That’s why one of the most important factors is the physical location. While there are plenty of businesses whose headquarters might as well be a person on a laptop anywhere in the world, that doesn’t mean potential buyers would be any less risk-averse. Even the most lucrative businesses must be carefully considered for every aspect.
A physical location adds a layer of risk aversion because the potential buyer could now visit your location and see you at work for themselves. So, in the listing itself, make sure you are at least clear about your location, even if you don’t provide the address in the sale. Not providing addresses is a common practice because business owners typically prefer confidentiality until a serious and interested buyer comes their way.
Financials, Culture, and Other Details
Take a scenario where employees in a company are put under new management. They hire outside managers to handle the day-to-day management tasks, and those new hires employ their own methods without understanding the employees or their capabilities.
Perhaps they overestimate them, perhaps they underestimate them. Perhaps everything runs perfectly. However, that doesn’t fix the communication gap, which is bound to cause problems later on.
The same should be considered for buyers. They aren’t just buying your business outright like a regular transaction. They might need to visit the premises, meet the employees, and see the work culture. If it’s a company with offices and a corporate structure, they must ensure the buyout isn’t disruptive.
All this requires that you aren’t just upfront and direct but also accommodating to the buyer. You need to make sure there aren’t any outstanding debts, liabilities, or legal concerns you need to address before you go through with the final sale.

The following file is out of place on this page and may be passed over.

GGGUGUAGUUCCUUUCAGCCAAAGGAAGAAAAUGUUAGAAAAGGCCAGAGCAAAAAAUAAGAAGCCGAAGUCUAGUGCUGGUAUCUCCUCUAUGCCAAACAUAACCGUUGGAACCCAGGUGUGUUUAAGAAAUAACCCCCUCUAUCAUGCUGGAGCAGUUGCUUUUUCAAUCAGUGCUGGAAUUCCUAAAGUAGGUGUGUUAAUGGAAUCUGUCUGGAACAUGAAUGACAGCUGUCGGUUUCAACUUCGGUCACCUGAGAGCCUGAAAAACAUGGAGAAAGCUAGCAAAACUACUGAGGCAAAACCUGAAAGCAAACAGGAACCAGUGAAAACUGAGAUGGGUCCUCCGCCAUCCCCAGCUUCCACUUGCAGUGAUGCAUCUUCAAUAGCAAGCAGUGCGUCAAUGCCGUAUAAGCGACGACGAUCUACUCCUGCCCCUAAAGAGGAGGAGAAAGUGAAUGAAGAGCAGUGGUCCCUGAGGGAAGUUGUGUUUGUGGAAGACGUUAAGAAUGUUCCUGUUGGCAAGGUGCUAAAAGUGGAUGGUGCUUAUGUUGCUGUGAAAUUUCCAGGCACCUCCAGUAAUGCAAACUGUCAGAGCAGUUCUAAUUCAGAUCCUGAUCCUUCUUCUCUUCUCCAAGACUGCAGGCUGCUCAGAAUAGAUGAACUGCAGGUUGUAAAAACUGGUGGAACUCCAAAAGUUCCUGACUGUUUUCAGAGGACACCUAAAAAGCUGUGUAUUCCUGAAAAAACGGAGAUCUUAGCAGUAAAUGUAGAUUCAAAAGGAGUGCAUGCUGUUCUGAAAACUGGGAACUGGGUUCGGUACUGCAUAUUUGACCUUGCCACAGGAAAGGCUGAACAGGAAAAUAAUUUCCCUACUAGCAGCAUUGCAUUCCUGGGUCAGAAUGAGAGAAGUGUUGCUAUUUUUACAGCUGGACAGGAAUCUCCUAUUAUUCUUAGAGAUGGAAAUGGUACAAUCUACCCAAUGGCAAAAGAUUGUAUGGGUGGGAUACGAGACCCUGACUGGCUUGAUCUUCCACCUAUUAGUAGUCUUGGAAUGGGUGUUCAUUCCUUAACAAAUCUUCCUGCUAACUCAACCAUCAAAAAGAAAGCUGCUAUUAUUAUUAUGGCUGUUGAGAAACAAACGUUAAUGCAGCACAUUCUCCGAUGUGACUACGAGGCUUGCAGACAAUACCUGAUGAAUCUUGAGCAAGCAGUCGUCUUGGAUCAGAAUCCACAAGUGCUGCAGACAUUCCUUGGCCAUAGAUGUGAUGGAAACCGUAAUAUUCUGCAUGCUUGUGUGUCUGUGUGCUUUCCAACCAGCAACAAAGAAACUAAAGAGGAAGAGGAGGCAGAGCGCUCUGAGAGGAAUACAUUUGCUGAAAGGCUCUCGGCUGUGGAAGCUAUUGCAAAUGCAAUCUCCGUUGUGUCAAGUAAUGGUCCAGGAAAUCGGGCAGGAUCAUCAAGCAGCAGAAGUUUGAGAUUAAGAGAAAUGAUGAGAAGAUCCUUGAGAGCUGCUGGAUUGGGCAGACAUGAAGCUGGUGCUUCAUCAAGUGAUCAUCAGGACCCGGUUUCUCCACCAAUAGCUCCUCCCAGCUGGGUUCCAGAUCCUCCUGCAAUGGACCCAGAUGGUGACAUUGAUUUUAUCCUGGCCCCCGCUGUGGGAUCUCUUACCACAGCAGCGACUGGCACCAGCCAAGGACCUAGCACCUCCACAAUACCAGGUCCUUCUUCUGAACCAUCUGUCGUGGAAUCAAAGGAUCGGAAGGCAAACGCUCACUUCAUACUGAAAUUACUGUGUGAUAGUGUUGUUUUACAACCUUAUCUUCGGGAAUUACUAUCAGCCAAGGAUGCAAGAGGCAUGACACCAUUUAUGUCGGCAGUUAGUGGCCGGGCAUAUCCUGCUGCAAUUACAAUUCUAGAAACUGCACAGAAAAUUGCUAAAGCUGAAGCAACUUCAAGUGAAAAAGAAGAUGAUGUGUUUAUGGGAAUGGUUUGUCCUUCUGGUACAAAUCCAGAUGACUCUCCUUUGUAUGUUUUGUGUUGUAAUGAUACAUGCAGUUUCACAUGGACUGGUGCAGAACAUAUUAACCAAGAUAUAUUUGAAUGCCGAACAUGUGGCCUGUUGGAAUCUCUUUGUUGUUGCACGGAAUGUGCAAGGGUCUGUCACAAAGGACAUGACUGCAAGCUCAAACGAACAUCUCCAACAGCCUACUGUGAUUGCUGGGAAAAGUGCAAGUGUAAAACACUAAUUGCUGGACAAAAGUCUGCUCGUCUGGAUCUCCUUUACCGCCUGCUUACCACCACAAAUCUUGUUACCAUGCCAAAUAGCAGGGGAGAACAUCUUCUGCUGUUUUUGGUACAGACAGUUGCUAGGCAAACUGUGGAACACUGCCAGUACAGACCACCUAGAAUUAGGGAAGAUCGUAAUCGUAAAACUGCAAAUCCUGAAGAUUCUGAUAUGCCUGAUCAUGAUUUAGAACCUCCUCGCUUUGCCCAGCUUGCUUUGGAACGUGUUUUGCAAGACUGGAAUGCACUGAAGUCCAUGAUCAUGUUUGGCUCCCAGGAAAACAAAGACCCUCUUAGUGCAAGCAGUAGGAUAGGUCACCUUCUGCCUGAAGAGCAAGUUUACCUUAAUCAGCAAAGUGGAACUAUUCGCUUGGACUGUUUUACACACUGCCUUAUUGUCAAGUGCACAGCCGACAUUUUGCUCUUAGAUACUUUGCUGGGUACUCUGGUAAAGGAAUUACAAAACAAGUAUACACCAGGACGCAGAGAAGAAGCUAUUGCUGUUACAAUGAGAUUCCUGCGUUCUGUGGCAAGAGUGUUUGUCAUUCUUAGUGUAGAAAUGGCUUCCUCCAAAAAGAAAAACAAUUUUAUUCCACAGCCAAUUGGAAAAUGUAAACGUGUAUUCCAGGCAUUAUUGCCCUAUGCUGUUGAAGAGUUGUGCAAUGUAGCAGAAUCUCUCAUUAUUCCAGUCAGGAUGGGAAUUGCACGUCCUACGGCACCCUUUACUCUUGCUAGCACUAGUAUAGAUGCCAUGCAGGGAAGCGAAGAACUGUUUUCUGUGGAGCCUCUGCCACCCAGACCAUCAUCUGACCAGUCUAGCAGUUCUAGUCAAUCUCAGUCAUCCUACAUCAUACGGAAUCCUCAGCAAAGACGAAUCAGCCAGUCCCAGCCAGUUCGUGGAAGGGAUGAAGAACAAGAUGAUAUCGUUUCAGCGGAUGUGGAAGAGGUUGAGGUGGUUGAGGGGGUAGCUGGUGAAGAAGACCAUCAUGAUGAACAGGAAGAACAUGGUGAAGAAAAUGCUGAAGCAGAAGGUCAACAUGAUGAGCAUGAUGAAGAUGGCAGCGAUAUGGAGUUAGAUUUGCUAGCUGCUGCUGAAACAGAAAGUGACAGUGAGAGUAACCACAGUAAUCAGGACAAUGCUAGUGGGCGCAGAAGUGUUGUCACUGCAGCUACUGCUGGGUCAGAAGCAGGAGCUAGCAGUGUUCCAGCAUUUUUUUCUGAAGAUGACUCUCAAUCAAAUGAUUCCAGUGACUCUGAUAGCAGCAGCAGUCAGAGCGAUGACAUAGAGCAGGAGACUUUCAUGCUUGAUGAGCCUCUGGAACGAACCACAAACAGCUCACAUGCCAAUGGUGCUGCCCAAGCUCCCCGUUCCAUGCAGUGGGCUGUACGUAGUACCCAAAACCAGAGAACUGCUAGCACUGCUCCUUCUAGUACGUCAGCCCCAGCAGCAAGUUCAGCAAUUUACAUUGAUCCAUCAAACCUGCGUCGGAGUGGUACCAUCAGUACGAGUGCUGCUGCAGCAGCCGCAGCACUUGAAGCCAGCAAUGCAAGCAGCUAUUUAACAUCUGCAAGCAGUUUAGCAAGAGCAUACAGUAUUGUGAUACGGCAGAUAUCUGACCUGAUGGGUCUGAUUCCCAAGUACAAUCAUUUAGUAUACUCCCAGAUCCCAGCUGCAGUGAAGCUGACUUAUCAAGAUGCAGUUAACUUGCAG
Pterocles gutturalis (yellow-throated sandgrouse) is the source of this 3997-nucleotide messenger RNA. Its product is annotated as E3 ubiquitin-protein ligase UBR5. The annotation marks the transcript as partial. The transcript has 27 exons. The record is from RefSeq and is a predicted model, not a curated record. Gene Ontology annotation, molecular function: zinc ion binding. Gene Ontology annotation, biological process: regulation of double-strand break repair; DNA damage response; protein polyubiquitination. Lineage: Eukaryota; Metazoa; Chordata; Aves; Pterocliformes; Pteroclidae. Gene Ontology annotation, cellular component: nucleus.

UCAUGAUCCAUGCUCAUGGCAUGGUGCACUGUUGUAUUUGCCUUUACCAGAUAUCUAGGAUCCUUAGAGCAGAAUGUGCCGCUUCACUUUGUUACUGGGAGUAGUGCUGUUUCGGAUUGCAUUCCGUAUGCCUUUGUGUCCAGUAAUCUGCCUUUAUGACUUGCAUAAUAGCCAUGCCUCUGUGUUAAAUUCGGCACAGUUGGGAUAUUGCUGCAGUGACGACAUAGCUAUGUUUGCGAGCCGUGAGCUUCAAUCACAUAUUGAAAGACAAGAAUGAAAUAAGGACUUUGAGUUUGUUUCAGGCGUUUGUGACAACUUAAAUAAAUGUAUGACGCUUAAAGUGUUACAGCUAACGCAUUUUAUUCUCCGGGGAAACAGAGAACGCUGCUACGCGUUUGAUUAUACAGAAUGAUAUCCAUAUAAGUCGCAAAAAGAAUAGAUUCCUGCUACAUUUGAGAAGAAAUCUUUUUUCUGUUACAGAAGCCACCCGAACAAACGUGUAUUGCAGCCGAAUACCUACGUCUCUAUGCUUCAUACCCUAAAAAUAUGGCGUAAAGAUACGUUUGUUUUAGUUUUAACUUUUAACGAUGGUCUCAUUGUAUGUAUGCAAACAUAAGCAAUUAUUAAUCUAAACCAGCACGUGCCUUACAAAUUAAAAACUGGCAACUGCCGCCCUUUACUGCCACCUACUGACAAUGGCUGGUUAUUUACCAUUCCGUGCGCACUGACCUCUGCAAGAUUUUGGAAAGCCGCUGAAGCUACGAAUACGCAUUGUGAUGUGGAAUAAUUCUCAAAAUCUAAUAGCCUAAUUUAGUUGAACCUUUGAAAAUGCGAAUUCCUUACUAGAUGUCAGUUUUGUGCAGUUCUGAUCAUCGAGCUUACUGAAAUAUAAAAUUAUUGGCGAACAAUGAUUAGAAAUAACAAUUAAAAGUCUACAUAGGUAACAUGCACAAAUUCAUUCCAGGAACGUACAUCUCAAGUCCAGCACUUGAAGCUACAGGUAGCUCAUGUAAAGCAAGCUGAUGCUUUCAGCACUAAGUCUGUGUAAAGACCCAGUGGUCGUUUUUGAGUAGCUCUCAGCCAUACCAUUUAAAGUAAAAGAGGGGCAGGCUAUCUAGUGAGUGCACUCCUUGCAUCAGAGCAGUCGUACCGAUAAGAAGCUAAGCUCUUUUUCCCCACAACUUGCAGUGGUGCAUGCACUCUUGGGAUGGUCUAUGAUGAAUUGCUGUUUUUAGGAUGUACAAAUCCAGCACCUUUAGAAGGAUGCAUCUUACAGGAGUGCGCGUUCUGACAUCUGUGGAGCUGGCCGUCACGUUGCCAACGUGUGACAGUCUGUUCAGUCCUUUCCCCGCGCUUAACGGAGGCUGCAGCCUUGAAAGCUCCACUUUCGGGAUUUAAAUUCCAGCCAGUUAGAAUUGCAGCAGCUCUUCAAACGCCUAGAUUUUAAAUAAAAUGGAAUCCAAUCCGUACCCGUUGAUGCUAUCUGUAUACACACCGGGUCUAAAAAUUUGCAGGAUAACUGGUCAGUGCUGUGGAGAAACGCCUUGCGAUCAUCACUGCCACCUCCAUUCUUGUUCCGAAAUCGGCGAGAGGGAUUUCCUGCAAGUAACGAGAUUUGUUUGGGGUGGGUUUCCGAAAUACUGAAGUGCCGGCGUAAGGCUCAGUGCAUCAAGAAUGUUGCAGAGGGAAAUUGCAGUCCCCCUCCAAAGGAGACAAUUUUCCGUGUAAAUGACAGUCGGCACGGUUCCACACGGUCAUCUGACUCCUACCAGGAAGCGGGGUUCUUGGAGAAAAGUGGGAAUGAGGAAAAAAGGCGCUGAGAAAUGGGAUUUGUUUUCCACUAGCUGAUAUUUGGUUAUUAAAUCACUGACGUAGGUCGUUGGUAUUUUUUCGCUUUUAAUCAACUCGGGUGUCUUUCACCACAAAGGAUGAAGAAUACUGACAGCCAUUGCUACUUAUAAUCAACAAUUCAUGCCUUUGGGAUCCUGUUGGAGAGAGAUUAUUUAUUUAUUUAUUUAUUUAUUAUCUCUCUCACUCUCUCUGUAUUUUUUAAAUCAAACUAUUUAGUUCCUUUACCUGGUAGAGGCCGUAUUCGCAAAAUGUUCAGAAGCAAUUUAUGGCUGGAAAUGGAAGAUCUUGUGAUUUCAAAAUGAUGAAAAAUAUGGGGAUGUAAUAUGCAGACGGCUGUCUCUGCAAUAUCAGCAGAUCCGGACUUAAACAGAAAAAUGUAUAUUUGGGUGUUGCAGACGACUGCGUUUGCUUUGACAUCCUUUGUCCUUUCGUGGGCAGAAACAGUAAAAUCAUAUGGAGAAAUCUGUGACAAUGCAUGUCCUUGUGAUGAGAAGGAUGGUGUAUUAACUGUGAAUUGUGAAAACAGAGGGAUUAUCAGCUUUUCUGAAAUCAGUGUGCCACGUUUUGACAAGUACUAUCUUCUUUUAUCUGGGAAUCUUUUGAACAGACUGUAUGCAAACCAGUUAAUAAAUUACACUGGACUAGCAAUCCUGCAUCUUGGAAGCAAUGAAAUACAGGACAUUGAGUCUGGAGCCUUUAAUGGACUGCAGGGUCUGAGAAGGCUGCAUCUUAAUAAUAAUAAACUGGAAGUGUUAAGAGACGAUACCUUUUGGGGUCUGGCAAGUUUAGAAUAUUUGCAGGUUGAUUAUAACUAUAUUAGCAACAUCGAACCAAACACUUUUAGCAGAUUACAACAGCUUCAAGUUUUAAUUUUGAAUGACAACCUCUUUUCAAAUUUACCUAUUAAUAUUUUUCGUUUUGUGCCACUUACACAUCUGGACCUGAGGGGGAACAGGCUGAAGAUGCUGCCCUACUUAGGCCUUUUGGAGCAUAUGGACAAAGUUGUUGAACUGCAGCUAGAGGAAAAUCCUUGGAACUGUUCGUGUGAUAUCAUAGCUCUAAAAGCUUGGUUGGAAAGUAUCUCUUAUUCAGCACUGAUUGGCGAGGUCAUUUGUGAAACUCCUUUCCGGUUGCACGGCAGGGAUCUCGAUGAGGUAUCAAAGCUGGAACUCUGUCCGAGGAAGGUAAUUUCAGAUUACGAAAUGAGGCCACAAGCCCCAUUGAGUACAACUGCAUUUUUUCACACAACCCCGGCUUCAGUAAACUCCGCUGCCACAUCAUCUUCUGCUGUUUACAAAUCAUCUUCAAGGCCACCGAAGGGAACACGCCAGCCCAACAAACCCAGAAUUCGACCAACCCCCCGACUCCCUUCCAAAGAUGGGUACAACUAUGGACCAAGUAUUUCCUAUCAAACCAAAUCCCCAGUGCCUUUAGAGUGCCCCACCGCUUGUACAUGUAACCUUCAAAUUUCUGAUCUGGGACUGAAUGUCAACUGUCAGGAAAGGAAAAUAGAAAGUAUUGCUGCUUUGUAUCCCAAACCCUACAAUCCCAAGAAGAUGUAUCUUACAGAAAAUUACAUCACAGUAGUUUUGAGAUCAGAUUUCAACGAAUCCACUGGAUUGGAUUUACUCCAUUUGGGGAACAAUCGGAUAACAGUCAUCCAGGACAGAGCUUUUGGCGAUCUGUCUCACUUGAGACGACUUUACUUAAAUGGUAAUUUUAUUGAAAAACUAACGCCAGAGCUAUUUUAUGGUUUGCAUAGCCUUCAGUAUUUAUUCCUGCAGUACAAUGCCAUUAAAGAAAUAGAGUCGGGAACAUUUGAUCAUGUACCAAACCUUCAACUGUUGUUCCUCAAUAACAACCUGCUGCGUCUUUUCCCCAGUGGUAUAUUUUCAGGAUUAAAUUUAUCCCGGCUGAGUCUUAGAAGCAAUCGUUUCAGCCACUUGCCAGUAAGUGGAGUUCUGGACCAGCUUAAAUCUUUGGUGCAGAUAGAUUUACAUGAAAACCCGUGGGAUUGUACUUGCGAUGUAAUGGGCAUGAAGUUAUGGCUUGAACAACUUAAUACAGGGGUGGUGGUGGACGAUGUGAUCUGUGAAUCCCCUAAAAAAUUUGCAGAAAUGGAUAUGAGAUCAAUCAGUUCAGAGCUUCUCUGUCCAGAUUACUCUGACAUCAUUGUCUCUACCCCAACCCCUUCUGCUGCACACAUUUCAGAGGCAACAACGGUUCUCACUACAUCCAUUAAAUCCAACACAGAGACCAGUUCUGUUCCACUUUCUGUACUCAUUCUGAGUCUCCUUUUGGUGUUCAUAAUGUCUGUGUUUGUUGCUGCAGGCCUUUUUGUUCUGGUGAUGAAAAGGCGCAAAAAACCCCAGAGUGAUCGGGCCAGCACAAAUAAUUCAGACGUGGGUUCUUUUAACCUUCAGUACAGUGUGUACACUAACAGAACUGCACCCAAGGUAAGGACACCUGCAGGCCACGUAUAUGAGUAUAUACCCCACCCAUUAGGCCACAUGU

Market it as an Advertisement
You’re not selling a product, but you’re still selling, which means you still would want to hook buyers to your online listing. The tried and true methods for marketing and advertising will still work if you do it right.
That means your ad must include a strong, compelling headline. Even if you’re selling your business because you’re going under, there is always a benefit that you can present, so make sure your listing has it displayed front and center.
Remember, you’re competing against other sellers, too, so you’ll have to stand out for any buyer even to read your listing, let alone reach out to you. Present the best of your business, and make sure it’s available for the buyer to see. It’s like putting something on display. You want its best side to be visible to shoppers passing by.
List in Multiple Categories
Most will skim over this when considering selling their business but understanding the exact category or categories your business lands in is advantageous and presents an opportunity.
For one, no business is limited to a single category. When you sell your business online, you can put it in multiple categories. If your business sells cleaning services, you can list them in service-based business, home-service-related categories, and cleaning services. Of course, it depends on the platform, but it gives a rough idea of what it can be.
You are casting a wider net by putting your business in multiple categories. Some buyers may search for businesses, some may want to look for those near them—every single factor of how you list your business matters, including its category.
When a Buyer is Found
If you successfully find buyers for your business, that doesn’t mean the process is done. In fact, it’s just beginning. However, before you proceed with any business, one of the first and most important things you should do is to sign a Non-Disclosure Agreement.
This NDA is meant for both you and your buyer and to make sure anything discussed or presented in any meetings does not get leaked. A signed NDA allows both parties to disallow the sharing of sensitive information legally. So, if you share any details of your business that may have client information, you can rest assured that even if the buyer doesn’t go through with the sale, they are legally bound not to use any of that info.
This allows anyone selling their business to keep potential corporate espionage at bay. Even if it may seem like corporate espionage is a stretch in 2023, one may be surprised by just how common it actually is.
So, here they are. A few things to consider for selling your business online. Of course, having a consulting firm is not something every business can afford, so make the most of these so you can make the process smoother.